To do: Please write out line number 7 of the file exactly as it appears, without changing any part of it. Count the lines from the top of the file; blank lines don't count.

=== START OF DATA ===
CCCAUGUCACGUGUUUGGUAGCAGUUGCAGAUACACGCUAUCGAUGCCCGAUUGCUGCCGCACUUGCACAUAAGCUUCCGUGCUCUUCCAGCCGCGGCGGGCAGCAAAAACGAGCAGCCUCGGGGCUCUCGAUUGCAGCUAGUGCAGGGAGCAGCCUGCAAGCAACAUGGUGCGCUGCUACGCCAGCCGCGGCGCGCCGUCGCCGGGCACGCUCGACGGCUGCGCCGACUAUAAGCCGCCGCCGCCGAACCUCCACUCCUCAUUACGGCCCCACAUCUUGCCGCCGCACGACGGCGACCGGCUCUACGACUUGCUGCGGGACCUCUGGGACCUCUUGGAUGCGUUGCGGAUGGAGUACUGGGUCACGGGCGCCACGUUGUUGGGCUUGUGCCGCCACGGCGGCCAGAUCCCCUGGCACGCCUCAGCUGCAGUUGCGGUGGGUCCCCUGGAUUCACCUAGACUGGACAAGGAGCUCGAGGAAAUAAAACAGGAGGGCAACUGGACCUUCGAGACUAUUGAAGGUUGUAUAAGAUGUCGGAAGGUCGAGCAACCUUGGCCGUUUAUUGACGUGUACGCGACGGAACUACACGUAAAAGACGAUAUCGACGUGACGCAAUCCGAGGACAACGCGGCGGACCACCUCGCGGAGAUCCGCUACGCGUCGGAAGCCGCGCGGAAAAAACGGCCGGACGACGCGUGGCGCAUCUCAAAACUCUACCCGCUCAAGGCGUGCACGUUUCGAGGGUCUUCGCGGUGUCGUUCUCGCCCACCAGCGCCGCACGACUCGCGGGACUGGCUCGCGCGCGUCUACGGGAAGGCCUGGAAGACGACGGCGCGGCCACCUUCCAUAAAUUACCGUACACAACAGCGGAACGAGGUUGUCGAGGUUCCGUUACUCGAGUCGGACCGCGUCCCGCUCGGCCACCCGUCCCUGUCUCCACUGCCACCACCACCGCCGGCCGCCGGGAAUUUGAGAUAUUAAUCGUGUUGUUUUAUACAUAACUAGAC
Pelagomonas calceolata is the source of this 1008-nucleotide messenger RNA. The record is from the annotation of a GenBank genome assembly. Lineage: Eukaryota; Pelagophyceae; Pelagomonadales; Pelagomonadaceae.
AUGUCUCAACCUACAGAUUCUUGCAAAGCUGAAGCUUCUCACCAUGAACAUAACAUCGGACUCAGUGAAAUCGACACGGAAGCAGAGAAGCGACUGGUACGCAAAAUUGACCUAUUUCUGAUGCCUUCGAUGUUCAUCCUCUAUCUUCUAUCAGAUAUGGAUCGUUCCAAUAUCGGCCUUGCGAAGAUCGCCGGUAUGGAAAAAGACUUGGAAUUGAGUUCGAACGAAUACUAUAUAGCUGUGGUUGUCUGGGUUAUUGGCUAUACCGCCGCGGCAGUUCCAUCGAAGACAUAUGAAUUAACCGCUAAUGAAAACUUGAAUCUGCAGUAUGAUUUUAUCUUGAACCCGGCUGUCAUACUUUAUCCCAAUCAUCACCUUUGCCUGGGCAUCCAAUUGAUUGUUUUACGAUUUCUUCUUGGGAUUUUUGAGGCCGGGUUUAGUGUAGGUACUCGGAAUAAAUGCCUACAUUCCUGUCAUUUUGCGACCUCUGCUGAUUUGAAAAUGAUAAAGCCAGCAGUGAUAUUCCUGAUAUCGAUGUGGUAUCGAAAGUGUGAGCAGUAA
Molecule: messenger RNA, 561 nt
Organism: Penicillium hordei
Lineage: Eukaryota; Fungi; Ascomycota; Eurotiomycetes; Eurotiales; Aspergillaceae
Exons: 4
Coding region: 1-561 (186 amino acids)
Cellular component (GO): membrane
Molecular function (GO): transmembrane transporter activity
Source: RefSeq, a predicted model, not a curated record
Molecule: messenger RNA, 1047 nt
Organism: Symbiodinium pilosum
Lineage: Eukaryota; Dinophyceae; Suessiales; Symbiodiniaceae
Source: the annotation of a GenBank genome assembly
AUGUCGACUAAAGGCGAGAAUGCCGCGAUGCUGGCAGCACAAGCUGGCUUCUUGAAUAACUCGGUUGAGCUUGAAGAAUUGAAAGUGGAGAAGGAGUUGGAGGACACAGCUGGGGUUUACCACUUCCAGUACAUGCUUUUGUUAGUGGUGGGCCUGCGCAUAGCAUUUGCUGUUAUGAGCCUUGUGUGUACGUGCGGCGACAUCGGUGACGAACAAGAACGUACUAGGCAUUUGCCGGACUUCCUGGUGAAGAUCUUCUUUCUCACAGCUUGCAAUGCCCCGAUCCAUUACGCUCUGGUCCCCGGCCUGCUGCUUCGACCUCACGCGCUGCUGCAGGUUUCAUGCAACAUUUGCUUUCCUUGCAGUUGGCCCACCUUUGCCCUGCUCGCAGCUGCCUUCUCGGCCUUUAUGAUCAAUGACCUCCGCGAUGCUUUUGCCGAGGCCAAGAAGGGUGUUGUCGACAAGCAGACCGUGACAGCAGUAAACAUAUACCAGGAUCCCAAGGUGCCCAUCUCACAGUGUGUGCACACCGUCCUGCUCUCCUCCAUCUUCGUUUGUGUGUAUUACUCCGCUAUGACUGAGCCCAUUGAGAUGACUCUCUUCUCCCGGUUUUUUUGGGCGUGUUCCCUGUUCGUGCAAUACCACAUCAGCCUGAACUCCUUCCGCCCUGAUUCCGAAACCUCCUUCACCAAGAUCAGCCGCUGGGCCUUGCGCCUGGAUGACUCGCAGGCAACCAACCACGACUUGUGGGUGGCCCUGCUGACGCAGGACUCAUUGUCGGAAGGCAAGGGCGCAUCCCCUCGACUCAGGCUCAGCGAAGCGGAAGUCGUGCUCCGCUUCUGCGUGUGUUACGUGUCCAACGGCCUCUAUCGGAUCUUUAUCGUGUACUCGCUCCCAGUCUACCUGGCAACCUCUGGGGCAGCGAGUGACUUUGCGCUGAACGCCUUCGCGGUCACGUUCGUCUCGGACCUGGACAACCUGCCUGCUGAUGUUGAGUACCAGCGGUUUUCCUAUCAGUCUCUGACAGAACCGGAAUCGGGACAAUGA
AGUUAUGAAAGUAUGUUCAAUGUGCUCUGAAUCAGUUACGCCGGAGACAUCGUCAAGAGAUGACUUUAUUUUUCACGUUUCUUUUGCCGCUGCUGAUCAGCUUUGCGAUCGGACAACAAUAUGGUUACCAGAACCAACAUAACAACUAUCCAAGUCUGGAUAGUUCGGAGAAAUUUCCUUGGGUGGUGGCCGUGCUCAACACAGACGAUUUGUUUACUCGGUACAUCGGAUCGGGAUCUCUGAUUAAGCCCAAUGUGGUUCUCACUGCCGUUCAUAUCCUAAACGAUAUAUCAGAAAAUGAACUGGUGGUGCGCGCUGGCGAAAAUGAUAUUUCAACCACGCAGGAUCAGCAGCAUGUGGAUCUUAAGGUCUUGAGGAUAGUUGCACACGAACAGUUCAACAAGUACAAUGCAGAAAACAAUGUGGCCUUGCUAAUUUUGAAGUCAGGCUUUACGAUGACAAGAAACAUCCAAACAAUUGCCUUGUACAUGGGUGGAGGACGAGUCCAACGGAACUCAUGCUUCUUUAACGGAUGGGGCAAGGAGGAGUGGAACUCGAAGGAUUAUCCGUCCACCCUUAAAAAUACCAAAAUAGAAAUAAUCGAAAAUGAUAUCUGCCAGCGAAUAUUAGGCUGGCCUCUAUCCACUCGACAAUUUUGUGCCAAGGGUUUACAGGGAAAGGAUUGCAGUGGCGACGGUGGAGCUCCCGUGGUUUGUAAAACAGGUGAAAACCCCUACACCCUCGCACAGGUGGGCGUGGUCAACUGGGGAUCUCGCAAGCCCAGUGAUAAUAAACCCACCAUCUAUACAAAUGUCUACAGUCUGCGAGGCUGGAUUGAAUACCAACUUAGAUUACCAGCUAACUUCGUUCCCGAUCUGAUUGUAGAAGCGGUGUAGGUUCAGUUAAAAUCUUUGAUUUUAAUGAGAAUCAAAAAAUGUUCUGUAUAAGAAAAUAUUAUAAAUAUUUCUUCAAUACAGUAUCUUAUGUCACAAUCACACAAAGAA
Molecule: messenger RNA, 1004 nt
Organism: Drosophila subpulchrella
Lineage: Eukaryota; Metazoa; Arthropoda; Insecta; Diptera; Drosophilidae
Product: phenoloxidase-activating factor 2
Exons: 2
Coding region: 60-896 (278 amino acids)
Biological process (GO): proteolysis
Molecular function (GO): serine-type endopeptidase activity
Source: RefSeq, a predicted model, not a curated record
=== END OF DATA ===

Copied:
Exons: 4